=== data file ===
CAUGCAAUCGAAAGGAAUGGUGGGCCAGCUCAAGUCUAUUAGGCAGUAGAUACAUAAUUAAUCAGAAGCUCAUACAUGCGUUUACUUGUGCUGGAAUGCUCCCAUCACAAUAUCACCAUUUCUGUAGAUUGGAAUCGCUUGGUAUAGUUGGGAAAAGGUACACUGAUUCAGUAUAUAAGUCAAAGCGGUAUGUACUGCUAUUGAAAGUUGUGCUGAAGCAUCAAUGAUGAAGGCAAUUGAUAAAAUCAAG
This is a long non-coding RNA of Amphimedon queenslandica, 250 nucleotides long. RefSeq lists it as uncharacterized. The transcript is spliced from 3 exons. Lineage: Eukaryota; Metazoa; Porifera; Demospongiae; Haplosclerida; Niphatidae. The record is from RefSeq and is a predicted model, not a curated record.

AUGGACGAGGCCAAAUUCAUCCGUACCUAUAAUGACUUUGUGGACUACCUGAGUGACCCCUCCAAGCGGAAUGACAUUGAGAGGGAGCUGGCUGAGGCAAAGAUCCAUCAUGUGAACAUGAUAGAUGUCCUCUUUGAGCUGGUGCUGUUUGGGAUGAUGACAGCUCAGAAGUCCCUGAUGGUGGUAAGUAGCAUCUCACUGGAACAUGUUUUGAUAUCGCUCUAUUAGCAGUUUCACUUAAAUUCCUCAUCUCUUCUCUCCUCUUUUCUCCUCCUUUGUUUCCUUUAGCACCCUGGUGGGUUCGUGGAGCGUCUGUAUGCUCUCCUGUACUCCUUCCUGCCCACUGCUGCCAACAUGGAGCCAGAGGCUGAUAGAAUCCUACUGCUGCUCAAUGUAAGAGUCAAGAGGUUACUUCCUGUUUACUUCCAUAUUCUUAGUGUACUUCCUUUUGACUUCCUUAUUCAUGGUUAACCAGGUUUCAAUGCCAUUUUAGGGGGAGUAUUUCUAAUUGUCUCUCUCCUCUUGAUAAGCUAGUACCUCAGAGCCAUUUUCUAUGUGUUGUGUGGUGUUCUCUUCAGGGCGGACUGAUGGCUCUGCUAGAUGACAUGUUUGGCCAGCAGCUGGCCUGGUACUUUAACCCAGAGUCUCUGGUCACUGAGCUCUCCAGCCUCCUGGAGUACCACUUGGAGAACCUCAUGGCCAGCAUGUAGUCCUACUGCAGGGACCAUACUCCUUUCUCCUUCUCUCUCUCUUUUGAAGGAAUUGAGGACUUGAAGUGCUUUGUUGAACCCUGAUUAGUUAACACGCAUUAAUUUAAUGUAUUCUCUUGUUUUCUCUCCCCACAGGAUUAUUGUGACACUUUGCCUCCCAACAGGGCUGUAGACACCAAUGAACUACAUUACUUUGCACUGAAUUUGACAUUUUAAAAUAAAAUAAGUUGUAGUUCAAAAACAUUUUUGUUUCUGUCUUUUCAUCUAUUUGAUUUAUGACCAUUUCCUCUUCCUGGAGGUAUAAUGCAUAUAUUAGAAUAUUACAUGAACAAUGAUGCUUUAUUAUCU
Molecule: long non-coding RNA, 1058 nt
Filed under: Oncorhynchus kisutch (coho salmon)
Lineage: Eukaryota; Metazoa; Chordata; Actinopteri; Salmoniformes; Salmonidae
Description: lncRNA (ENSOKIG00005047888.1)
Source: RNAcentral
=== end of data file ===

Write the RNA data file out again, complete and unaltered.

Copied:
CAUGCAAUCGAAAGGAAUGGUGGGCCAGCUCAAGUCUAUUAGGCAGUAGAUACAUAAUUAAUCAGAAGCUCAUACAUGCGUUUACUUGUGCUGGAAUGCUCCCAUCACAAUAUCACCAUUUCUGUAGAUUGGAAUCGCUUGGUAUAGUUGGGAAAAGGUACACUGAUUCAGUAUAUAAGUCAAAGCGGUAUGUACUGCUAUUGAAAGUUGUGCUGAAGCAUCAAUGAUGAAGGCAAUUGAUAAAAUCAAG
This is a long non-coding RNA of Amphimedon queenslandica, 250 nucleotides long. RefSeq lists it as uncharacterized. The transcript is spliced from 3 exons. Lineage: Eukaryota; Metazoa; Porifera; Demospongiae; Haplosclerida; Niphatidae. The record is from RefSeq and is a predicted model, not a curated record.

AUGGACGAGGCCAAAUUCAUCCGUACCUAUAAUGACUUUGUGGACUACCUGAGUGACCCCUCCAAGCGGAAUGACAUUGAGAGGGAGCUGGCUGAGGCAAAGAUCCAUCAUGUGAACAUGAUAGAUGUCCUCUUUGAGCUGGUGCUGUUUGGGAUGAUGACAGCUCAGAAGUCCCUGAUGGUGGUAAGUAGCAUCUCACUGGAACAUGUUUUGAUAUCGCUCUAUUAGCAGUUUCACUUAAAUUCCUCAUCUCUUCUCUCCUCUUUUCUCCUCCUUUGUUUCCUUUAGCACCCUGGUGGGUUCGUGGAGCGUCUGUAUGCUCUCCUGUACUCCUUCCUGCCCACUGCUGCCAACAUGGAGCCAGAGGCUGAUAGAAUCCUACUGCUGCUCAAUGUAAGAGUCAAGAGGUUACUUCCUGUUUACUUCCAUAUUCUUAGUGUACUUCCUUUUGACUUCCUUAUUCAUGGUUAACCAGGUUUCAAUGCCAUUUUAGGGGGAGUAUUUCUAAUUGUCUCUCUCCUCUUGAUAAGCUAGUACCUCAGAGCCAUUUUCUAUGUGUUGUGUGGUGUUCUCUUCAGGGCGGACUGAUGGCUCUGCUAGAUGACAUGUUUGGCCAGCAGCUGGCCUGGUACUUUAACCCAGAGUCUCUGGUCACUGAGCUCUCCAGCCUCCUGGAGUACCACUUGGAGAACCUCAUGGCCAGCAUGUAGUCCUACUGCAGGGACCAUACUCCUUUCUCCUUCUCUCUCUCUUUUGAAGGAAUUGAGGACUUGAAGUGCUUUGUUGAACCCUGAUUAGUUAACACGCAUUAAUUUAAUGUAUUCUCUUGUUUUCUCUCCCCACAGGAUUAUUGUGACACUUUGCCUCCCAACAGGGCUGUAGACACCAAUGAACUACAUUACUUUGCACUGAAUUUGACAUUUUAAAAUAAAAUAAGUUGUAGUUCAAAAACAUUUUUGUUUCUGUCUUUUCAUCUAUUUGAUUUAUGACCAUUUCCUCUUCCUGGAGGUAUAAUGCAUAUAUUAGAAUAUUACAUGAACAAUGAUGCUUUAUUAUCU
Molecule: long non-coding RNA, 1058 nt
Filed under: Oncorhynchus kisutch (coho salmon)
Lineage: Eukaryota; Metazoa; Chordata; Actinopteri; Salmoniformes; Salmonidae
Description: lncRNA (ENSOKIG00005047888.1)
Source: RNAcentral